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Transcript of Mayan Calendar
Long Count The Tzolkin Calendar (Sacred Calendar) Consists of: -260 day cycle
-20 day names
-Symbolized by glyphs (images)
-13 tones(numerals) The Tzolkin Calendar was based on a 260 day cycle, it had a day number ranging from 1-13 and one of 20 day names. Both the name and number of the day are added each day. It takes 260 days for a Tzolkin date to repeat because 13 and 20 are not evenly divided.
This calendar was used by religious individuals to schedule events throughout the year. At the beginning of each uinal(20 day period), a shaman would count forward to determine when it would be best for the community to have a religious or ceremonial event. Tzolkin Day Names:
10.Oc 20.Ahau The Haab Calendar Consists of:
-Uinals(20 day periods)
-18 uinals for 360 days
-Wayeb (one month of 5 days) Based on the cycle of the sun (like our modern day calendar. The Haab was used for economic, accounting, and agricultural activities.
Each date is made up of one of the 20 Haab day numbers (0-19), and a month (uinal) name.
During the making of this calendar, astronomers argued with mathematicians that 360 days weren't long enough; both finally agreed on having 18 uinals and adding 5 "nameless" days called wayeb. The wayeb was considered 1 "month" of 5 days, believed to be very dangerous. Mayans felt that the gods left the earth during these 5 days, so they often performed rituals. Haab Uinals
The Calendar Round Consists of:
-260 Tzolkin days
-360 Haab days
-Haab's wayeb (5 added days) Count Round Calendar is the combination of both Tzolkin Calendar and Haab Calendar.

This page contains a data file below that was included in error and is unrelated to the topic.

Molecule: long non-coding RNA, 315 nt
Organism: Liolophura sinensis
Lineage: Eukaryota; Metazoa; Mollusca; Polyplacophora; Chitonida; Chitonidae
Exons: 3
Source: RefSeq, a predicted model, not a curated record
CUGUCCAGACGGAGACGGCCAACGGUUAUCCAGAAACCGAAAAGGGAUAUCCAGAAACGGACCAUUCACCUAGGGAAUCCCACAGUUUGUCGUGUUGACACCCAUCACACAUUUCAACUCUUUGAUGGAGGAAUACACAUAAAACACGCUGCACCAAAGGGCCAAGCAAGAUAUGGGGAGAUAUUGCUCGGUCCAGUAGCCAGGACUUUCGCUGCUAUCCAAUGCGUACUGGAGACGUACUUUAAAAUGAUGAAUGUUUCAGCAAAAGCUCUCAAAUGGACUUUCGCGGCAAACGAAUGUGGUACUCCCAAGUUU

Was made to record more time than that of the other calendars
Due to the combination of both Tzolkin and Haab calendars, the Calendar Round has 18,890 days (amounts to 52 years)
Was the longest calendar in Mesoamerica before the Long Count The Long Count Calendar Consists of:
5.Kin Created to record up to 5,125.36 years (referred to as the Great Cycle)
Kin, tun, and katun are numbered from 0 to 19.
Uinal are numbered from 0 to 17.
Baktun are numbered from 1 to 13.
The Long Count exhibits the number of days based on the beginning of the Mayan era, the Mayan Epoch (0 day), to the end. Mayans believed that the word was created on year 18.104.22.168.0, the Long Count will reach this date again on either the 21st or 23rd of December, 2012 A.D. Many people believe the date on the end of the calendar to be the end of the world. Original Long Count
The Pyramid of Kukulkan was used as the original calendar.
Located in Chichen Itza, Yucatan, Mexico.
Built in 1050 (the last days of the Mayan empire)
Was made up of: 4 stairways, 91 steps, and 1 platform at the top. (equaled up to 365 steps) The Long Count was also adopted by other Meso-american tribes, such as the Aztecs. Works Cited: www.webexhibits.org/calendars/calendar-mayan.html